As we hit two weeks to go before Primary election day, I figure it might be my final chance to give some last minute advice to those brave and/or fool-hardy souls who have chosen to run for public office. I see too many people who throw their hat in the ring but seem unable or unwilling to do what it takes to win, so here's some free advice based on seeing where people get it right and where they go wrong...
I think one of the biggest mistakes people make when they run for local office is never telling people where they stand on actual issues. It's not enough to say in your campaign materials that you are trustworthy or that you're a nice person, what church you attend, that you have 2.5 children and a yellow lab, etc. Too often people spend hundreds or even thousands of dollars running for local offices but never seem to give people a reason for voters to take time out of their day before or after work to cast their lone ballot. Campaigning is a form of advertising and the first thing you do when you try to sell something to someone is tell them why they can't live without the product (which, if you're running for office, is YOU). Give concrete examples of how and why you'd do a good job. Voters need information and too often campaigns spend lots of money without telling voters anything besides where a candidate graduated, what they look like and other generic and meaningless factoids.
The flip side of convincing people to vote FOR you is convincing people that they also need to vote against the other person, not because they're bad but because you'd do that much better of a job. "Negative" campaigning gets a bad rap but it works because it's how you tell people that the other person is not as good as you. Many politicians get it wrong and give negative campaigning its bad reputation because their attacks aren't substantial and on message- they are mean-spirited and personal where they should be about issues and drawing a contrast between choices. I find too many candidates seem to do either too little or too much negative campaigning- too many don't understand the subtle difference between highlighting areas of difference and just being nasty. As a voter I need information that gives me a reason to vote for you and not stay at home, but a campaigns that gets too bitter and personal can keep people at home (which can be an intentional strategy used by politicians who know the other person is a stronger candidate). If I think the other candidate is also an acceptable choice then maybe voting isn't that important and I can just get home and fix dinner for the family and mow the lawn instead of choosing which little circle to fill in with a number 2 pencil.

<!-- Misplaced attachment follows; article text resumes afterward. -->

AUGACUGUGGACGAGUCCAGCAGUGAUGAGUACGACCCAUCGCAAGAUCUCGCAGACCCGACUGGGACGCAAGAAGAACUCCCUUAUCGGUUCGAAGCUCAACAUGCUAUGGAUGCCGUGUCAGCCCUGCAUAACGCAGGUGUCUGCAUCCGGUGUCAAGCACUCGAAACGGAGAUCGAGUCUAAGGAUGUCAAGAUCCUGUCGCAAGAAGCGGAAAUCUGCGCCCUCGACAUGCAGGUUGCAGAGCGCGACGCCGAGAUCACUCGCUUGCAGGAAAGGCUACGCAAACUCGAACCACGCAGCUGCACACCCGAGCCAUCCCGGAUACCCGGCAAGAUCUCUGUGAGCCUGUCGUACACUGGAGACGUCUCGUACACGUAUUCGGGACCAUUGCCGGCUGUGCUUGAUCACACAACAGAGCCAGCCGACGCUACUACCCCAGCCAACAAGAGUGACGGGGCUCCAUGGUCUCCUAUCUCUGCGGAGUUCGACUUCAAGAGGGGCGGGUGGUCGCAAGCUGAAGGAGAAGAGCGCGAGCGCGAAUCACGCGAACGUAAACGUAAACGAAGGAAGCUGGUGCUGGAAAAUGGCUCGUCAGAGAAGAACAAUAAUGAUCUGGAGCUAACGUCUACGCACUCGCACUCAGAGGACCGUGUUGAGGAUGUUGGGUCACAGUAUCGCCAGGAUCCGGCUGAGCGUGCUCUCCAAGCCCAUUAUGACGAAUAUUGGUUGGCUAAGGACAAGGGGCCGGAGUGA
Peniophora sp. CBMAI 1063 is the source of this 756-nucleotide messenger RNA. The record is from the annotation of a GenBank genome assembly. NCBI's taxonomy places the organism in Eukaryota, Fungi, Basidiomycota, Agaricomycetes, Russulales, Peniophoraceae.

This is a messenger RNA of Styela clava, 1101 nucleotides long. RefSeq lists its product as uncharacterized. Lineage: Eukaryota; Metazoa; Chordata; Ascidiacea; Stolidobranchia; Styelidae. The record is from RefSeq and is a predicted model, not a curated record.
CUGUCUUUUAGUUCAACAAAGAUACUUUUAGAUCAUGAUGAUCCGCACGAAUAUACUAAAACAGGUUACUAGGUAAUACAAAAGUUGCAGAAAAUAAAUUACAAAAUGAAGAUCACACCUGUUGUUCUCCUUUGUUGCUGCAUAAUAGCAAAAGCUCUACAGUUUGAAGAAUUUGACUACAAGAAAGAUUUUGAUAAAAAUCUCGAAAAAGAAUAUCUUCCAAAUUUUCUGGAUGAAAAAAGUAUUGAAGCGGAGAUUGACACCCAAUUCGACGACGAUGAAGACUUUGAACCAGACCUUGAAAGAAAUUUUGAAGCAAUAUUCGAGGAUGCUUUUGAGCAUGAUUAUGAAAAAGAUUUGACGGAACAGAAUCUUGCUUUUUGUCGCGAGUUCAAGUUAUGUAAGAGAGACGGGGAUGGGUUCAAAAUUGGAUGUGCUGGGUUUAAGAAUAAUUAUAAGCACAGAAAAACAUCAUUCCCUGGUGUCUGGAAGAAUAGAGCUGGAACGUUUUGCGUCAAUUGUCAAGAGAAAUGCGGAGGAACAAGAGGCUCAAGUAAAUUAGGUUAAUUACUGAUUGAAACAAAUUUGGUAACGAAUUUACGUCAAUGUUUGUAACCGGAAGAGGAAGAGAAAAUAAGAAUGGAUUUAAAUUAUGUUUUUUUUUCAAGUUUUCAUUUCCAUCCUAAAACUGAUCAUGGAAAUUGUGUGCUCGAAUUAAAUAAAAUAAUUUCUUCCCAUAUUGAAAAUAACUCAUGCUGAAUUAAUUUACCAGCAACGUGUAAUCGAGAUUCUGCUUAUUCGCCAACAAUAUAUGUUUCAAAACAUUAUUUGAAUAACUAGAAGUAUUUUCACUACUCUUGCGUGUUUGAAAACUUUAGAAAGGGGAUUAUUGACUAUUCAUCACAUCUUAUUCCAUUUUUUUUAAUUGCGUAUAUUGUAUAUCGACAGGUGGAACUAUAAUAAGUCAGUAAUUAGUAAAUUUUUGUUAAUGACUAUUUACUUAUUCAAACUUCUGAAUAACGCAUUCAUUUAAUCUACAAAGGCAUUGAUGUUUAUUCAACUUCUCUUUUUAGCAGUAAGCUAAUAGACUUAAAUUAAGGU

I'm also surprised by how many people are willing to spend a bunch of money to buy campaign signs, send mailers, put their ego and pride on the line and then suddenly seem to get cold feet when the going gets tough. Elections can get expensive (why do you think so many politicians are people that already have money?) and if you're facing a tough opponent you can find yourself writing check after check to keep up. Too many times people jump in a race because it seems fun and exciting when people are telling you that should run, but then start to chicken out when they realize how tough it is. If people see you aren't willing to invest your own money and time on a race, they'll be less willing to help you out when the going gets tough.